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Some shooting victims want fund arbitrator

By: P. SOLOMON BANDA
September 13, 2012
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photo - Thomas Teves, right, kisses his wife Caren Teves, center, at a press conference by families of victims of the Colorado theater shooting, in Aurora, Colo., on Tuesday, Aug. 28, 2012. Thomas and Caren Teves lost their son Alexander Teves, 24, in the shooting. Families of some of the 12 people killed in the Colorado theater shooting are upset with the way the millions of dollars raised since the tragedy are being distributed.   (AP Photo/Chris Schneider) Photo by
Thomas Teves, right, kisses his wife Caren Teves, center, at a press conference by families of victims of the Colorado theater shooting, in Aurora, Colo., on Tuesday, Aug. 28, 2012. Thomas and Caren Teves lost their son Alexander Teves, 24, in the shooting. Families of some of the 12 people killed in the Colorado theater shooting are upset with the way the millions of dollars raised since the tragedy are being distributed. (AP Photo/Chris Schneider) Photo by  

AURORA — Family members of some of those killed or wounded in the mass shooting at a suburban Denver movie theater want Colorado Gov. John Hickenlooper and other lawmakers to use their influence and move a $5 million victims' fund out of the hands of a private group.

They made the plea to have the money overseen by an independent arbitrator at a news conference Thursday that was markedly less emotional than one last month in which they demanded a say in how the $5 million is spent.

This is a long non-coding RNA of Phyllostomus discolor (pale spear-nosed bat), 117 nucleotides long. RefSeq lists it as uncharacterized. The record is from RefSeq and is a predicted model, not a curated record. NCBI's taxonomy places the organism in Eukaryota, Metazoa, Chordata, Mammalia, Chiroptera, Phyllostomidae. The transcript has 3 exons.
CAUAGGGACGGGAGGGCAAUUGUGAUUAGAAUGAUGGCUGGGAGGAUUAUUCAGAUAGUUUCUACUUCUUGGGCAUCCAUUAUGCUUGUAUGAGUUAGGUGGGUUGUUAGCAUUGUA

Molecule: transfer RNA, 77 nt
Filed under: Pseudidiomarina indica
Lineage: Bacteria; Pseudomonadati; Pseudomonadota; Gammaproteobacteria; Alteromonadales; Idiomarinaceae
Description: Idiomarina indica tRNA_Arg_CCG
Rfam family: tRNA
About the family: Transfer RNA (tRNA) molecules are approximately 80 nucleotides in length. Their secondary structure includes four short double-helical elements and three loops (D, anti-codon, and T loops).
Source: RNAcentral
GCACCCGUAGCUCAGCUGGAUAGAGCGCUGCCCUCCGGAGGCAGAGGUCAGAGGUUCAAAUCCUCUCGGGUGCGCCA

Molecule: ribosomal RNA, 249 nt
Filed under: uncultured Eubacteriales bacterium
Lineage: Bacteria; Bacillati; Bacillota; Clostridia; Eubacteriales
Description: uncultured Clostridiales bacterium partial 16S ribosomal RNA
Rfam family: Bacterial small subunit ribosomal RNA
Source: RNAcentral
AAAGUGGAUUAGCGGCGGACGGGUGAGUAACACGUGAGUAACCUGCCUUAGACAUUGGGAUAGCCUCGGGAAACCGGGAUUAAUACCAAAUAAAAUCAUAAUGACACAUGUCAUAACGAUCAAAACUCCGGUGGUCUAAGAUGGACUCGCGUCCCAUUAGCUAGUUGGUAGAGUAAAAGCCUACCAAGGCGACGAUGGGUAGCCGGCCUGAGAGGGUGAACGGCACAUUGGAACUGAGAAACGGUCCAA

Tom Teves, of Phoenix, whose son, Alex, was among 12 people killed in the July 20 shooting, said the families have learned that the Giving First will be able to keep interest earned on money in the fund and plans to spend some money on mental health care for victims. But the families want the money given directly to them and have local, state and federal dollars pay for all medical bills, including mental health treatment, he said.

Teves said the families are working behind the scenes to help one another, such as reaching out to Habitat for Humanity to build a handicapped-accessible house for Ashley Moser. Her family has said she would be paralyzed as a result of her wounds. She also lost her 6-year-old daughter in the shooting and also miscarried.

"There have been two tragedies in Aurora. The first was the theater shooting. The second is how the victims have been treated by the powers that be," he said.

The 7/20 Recovery Committee, which makes recommendations on how the money is spent, issued a statement ahead of the press conference saying that it's committed to honoring the input of all victims, not just the voices of a few.

"In fact, we have been and continue to actively seek input from all the victims injured and who lost family in this tragic event," committee adviser Rich Audsely said.

Fewer people stood with Teves than at the previous press conference, but he didn't know many families were represented.

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